Enter the (Nakamichi) Dragon

It’s always interesting to see what new treasures turn up at New Jersey-based vintage hi-fi specialist SkyFi Audio. There’s certainly no shortage of gear to drool over — like the 1963 Fisher SA-1000 tube amp. Or the Nakamichi Dragon we spotted on the “just arrived” list.

Talk about classic.

This mother-of-all-cassette decks sold for a cool $2,499 ($6,681 in today’s dollars) when it debuted in 1982 and enjoyed a spectacular run that lasted through 1993.

In a definitive 1983 test report published by our predecessor, Stereo Review, tape guru Craig Stark called the deck’s record-playback “impeccable” and concluded: “The Nakamichi Dragon is the finest cassette deck we have yet tested. No doubt there will be challengers for that title, but they will be up against a real fire-breathing champion when they appear.” (You can read Stark’s full report here, with a thoughtful foreward by former S&V editor-in-chief Rob Sabin.)

SkyFi Audio owner Fernando Zorrilla says the recently acquired Dragon actually came from the legendary New York City hi-fi dealer, Stereo Exchange, SkyFi’s joint-venture partner. “They get calls every day,” he explained. “‘Hey, we’re moving. Hey, we don’t use this anymore.’” This particular deck came from a doctor in New York City who hadn’t used it in quite a while.

But Zorrilla revealed secret as we chatted about the iconic tape deck. “With the Dragon, in particular, a lot were sold to our local market. It was the best and most expensive tape deck at the time and the [New York/New Jersey/Connecticut)] tri-state area has a lot of them.”

So many that — would you believe — SkyFi actually stockpiles them.

“We have like six or seven Dragons, all just waiting for refurbishment,” he casually revealed as my jaw dropped. “We accumulate them over time and then knock them all out in the shop at one time.”

When the time is right, the innards of these gems will be completely overhauled by SkyFi’s crack technicians. All belts, pinch rollers, forward and reverse wheels, etc. will be replaced and all moving parts tested and lubricated to ensure like-new operation. As for the exteriors — especially the front panel with its multitude of buttons, switches and knobs — they will likely remain untouched, except for a thorough cleaning. (More on this in a moment.)

“One thing that’s ubiquitous about our Dragons is none of them work,” Zorrilla said. “Zero percent — unless they’ve been serviced recently. Any Dragon or Nakamichi tape deck from that era that’s been sitting more than 10 years is not going to fire up.”

Not all that surprising when stop to consider the complexity of this mechanical marvel with its belts, bushings, tape wheels, and countless moving parts. “The old rubber disintegrates so you’ll find a pile of tar at the bottom of unit,” Zorrilla explained.

Back to the Nak’s striking black exterior… “The Dragons we acquire are prized possessions so they’re usually very well kept,” Zorrilla said. “A couple of them have a missing button — which is impossible to find — but for the most part they’re in fabulous condition.”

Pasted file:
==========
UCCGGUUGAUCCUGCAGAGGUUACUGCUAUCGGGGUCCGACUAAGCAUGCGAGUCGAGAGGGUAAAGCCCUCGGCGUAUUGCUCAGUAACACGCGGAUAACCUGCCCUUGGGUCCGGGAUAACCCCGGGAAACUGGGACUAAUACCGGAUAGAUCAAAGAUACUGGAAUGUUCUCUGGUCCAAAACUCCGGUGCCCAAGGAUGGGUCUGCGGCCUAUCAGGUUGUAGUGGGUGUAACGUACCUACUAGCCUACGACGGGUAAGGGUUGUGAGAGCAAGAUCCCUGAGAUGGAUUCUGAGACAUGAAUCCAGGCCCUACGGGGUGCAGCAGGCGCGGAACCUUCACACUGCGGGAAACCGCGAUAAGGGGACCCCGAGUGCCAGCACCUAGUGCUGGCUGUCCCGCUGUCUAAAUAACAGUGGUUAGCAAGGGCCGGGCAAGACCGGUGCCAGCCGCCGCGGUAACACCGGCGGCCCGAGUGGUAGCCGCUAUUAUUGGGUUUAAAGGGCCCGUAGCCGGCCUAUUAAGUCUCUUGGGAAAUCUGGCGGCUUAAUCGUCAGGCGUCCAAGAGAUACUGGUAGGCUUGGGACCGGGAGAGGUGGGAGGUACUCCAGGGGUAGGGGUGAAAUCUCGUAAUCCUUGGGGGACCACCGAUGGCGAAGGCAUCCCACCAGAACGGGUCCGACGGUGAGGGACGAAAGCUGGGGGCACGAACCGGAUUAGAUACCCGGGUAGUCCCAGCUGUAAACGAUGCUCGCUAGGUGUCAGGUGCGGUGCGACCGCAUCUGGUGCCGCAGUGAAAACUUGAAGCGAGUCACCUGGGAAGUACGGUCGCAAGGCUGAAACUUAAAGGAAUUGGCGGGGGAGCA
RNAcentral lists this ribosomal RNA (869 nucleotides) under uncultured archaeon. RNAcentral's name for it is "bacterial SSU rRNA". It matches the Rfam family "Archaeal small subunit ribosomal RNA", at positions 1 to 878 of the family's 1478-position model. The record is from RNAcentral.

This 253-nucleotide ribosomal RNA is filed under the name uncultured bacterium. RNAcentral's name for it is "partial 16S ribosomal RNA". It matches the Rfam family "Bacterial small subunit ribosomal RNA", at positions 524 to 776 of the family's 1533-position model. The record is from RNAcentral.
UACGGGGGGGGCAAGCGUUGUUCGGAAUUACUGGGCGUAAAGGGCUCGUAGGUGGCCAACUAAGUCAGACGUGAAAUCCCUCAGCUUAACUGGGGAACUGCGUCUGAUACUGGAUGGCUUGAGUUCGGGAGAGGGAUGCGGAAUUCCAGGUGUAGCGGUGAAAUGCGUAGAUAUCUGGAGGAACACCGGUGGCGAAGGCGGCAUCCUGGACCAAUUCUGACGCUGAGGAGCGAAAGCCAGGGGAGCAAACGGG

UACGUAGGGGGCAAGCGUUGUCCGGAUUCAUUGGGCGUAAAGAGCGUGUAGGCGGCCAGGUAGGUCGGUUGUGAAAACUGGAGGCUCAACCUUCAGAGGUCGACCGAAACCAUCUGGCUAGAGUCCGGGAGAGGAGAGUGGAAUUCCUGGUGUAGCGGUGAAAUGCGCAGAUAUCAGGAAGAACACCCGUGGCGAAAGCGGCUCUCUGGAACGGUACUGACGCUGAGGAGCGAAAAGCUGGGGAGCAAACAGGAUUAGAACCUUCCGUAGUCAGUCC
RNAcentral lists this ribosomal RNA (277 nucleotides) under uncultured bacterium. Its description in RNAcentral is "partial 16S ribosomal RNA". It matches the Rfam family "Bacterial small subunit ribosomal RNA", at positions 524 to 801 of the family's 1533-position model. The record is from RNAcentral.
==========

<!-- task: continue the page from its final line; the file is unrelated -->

So how much does a refurbished Nakamichi Dragon go for in 2020?

“We tend to sell them for anywhere between two to three thousand dollars,” Zorrilla said, much of that owing to the extensive labor required to restore the intricate mechanical workings behind the world’s greatest cassette deck.

For more information on SkyFi and its current offerings, visit skyfiaudio.com


Ultra Rare Find: Nakamichi Dragon CD Changer

Billy's picture

Making mix tapes was one of the high spots of my youth. Oh, music is easier today, but when I was young, a fine cassette deck was a wonder. Wish I could go back and relive those days, even for only a single day.

Decibel's picture

Had many Technics decks as a teenager including the M85MKII. Absolutely beautiful deck and made money at school selling pre-recorded tapes to classmates. Don't really miss the tape hiss and limited dynamic range though. Even with Dolby B,C,S and DBX they were good but always some what limited sound quality wise.

John_Werner's picture

A Nak was a thing of dreams for any audiophile of the seventies. With discrete (i.e., not sandwiched) record and play heads which could be dialed in by the user for exacting azimuth alignment The Dragon was a true statement product for the entire category. A recording on this deck was virtually indistinguishable from the source something no other deck at the time could do under the most demanding circumstances. I always lusted for one of these marvels of mechanical and electrical engineering. Phillips should have given Nakamichi some kind of recognition for taking their original lowly cassette format to a level of fidelity never envisioned as possible. I must say even though it isn't practical I'd like to see what those Nak engineers could come up with in 2020? An even higher performing machine and tape? Oh well, the Dragon is actually so fine a totally refurbished one would do quite well even now.

herringbur's picture

Had many Technics decks dordle as a teenager including the M85MKII. Absolutely beautiful deck and made money at school selling pre-recorded tapes to classmates.